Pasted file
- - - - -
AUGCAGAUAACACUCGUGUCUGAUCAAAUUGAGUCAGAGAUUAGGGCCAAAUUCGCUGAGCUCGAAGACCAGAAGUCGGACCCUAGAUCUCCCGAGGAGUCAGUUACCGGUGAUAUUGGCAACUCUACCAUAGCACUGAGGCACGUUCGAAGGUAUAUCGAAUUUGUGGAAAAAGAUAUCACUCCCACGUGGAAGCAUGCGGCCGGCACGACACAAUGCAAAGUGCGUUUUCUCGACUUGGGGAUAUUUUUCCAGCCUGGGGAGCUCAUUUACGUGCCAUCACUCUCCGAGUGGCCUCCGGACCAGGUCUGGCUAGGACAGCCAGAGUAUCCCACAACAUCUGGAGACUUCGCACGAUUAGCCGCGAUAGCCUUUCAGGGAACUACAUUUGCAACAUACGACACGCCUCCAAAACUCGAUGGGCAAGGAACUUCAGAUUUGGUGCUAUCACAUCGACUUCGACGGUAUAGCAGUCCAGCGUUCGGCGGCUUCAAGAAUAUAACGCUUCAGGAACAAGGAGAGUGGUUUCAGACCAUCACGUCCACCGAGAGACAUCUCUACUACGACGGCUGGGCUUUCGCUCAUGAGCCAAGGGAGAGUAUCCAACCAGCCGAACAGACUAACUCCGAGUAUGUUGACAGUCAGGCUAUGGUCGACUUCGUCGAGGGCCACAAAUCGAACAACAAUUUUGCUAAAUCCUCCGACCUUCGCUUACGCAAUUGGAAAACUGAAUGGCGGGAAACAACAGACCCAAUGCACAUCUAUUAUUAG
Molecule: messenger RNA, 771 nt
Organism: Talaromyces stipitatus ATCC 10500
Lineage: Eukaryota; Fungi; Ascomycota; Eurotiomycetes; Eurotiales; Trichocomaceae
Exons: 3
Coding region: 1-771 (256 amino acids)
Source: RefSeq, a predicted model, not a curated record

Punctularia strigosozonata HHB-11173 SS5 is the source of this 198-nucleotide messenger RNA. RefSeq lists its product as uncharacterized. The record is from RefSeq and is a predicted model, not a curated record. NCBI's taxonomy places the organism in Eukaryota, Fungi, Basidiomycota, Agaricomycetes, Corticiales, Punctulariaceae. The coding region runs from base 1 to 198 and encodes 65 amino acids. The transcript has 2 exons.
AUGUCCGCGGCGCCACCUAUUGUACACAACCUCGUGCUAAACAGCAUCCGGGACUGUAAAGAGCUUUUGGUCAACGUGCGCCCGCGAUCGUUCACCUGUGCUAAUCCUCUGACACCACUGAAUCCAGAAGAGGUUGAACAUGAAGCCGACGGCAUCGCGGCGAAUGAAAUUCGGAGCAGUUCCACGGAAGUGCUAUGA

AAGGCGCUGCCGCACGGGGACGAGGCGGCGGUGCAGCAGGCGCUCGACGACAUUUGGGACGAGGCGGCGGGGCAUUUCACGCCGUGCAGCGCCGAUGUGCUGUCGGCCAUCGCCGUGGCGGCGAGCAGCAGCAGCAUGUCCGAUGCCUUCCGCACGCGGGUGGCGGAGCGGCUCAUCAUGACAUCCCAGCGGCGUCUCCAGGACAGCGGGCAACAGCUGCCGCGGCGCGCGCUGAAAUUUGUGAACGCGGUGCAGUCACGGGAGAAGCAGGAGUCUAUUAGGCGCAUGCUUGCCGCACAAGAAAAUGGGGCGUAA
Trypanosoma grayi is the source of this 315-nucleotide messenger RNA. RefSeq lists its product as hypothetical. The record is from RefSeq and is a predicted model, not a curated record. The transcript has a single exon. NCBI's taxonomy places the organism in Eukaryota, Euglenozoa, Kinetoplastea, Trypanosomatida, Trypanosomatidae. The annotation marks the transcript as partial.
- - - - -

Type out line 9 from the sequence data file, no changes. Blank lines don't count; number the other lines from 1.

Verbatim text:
AUGUCCGCGGCGCCACCUAUUGUACACAACCUCGUGCUAAACAGCAUCCGGGACUGUAAAGAGCUUUUGGUCAACGUGCGCCCGCGAUCGUUCACCUGUGCUAAUCCUCUGACACCACUGAAUCCAGAAGAGGUUGAACAUGAAGCCGACGGCAUCGCGGCGAAUGAAAUUCGGAGCAGUUCCACGGAAGUGCUAUGA